March 25, 2009
Sun Blessing After 28 Years
April 8 marks the Blessing of the Sun.
“That too,” I answer. “But first you’re getting up before daybreak, along with Dad and me, to celebrate the ‘s-u-n’ sun.”
“Oh, that’ll never happen,” he replies
But it will. Because the Blessing of the Sun happens only once every 28 years and — for that reason alone — is a must-show milestone. It signifies the sun’s return to the exact time and place it occupied in the heavens on the fourth day of creation, which translates to 6 p.m. on a Tuesday in the month of Nissan.
Originally, I’m guessing, the rabbis of the Talmud envisioned the Blessing of the Sun as a once-a-generation phenomenon. Today, however, with longer life spans, many of us will witness two and maybe three ceremonies, which will continue to occur on April 8 throughout this century.
For Danny, this means the Blessing of the Sun will also fall on his 46th, 74th and, God willing, 102nd birthday. And as sure as the sun shines, however hard he struggles to wake up this April 8, I’m confident that his children, grandchildren and perhaps even great-grandchildren won’t be oversleeping on those mornings.
Its origin can be traced back to the Talmud, which states, “Every 28 years the cycle begins again and the Nissan equinox falls in Saturn, on the evening of Tuesday, the night before Wednesday,” (Berachot 59b). Its calendrical calculations are courtesy of third century Babylonian scholar and astronomer Mar Shmuel.
Never mind that the Jewish version of the vernal equinox bears little resemblance to the more modern Gregorian calendar’s spring kickoff, which occurs unfailingly every March 21. Or that the fourth day of creation was a Tuesday, and we recite the blessing on Wednesday. Or that nothing astronomically unusual even happens on that day.
Historically, the blessing appears to have registered barely a blip on our religious radar. In fact, if the sky is overcast and the sun hidden, we’re permitted to skip the blessing entirely. And sleep in for another 10,227 days.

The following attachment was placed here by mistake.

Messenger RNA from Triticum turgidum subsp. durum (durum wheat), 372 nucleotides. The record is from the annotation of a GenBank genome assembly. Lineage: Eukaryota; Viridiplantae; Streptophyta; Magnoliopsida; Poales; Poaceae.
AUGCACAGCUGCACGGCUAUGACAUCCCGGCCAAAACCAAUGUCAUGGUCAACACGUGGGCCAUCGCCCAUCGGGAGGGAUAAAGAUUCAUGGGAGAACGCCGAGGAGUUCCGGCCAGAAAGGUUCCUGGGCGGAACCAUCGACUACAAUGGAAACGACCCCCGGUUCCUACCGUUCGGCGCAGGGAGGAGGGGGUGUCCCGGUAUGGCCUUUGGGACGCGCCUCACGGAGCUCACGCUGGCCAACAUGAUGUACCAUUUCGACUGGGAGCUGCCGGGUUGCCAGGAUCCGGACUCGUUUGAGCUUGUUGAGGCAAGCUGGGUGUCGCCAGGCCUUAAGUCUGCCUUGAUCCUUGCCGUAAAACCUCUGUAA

But here’s the deal. The Blessing of the Sun, like maybe even the Exodus, which we commemorate that evening, is symbolic — and ceremonial.
At the halachic or legally mandated minimum, we go outdoors when we see the first rays of the rising sun — that’s 6:31 a.m. in Los Angeles — face east and recite, “Blessed are you, Lord our God, who makes the works of creation.”
But Judaism is an ever-evolving, communal religion, and thus more elaborate and larger Blessing of the Sun gatherings will be taking place worldwide on mountaintops, ocean beaches and Jewish community center sidewalks. Some celebrants will greet the dawn with choruses of “Here Comes the Sun” and “Let the Sun Shine In.” Others will blow the shofar, dance in circles or meditate. And yoga enthusiasts will undoubtedly perform the multisequenced sun salutation.
In terms of more formal worship, denominationally diverse ceremonies will include the traditional Blessing of the Sun, as well as various talmudic and biblical verses that reference the sun, psalms and other prayers, poems and personal musings.
Some services will focus on the majesty and mystery of the sun, the crucial and self-luminous center of our solar system. Others will bring attention to the earth’s ecological challenges, promoting solar power and other alternative energies for the 21st century.
But keep in mind, whatever your plans, that only 12 hours later, when that same sun sets, there’s an entire haggadah to read.
Much of this celebration’s appeal lies in its obscurity. I mean, miss the memo on Blessing of the Sun, which happens about 10 times less frequently than a blue moon and which practically no one has heard of, and you’re SOL (that’s strictly out of luck) until 2037.
Another draw is its simplicity. We thank God for the sun, this fiery hydrogen and helium mass that stretches about 870,000 miles across and works its astronomical miracles from 93 million miles away, that we normally take for granted. But without it — this source of warmth, light and energy, of radiance and renewal — we couldn’t survive more than a few days. l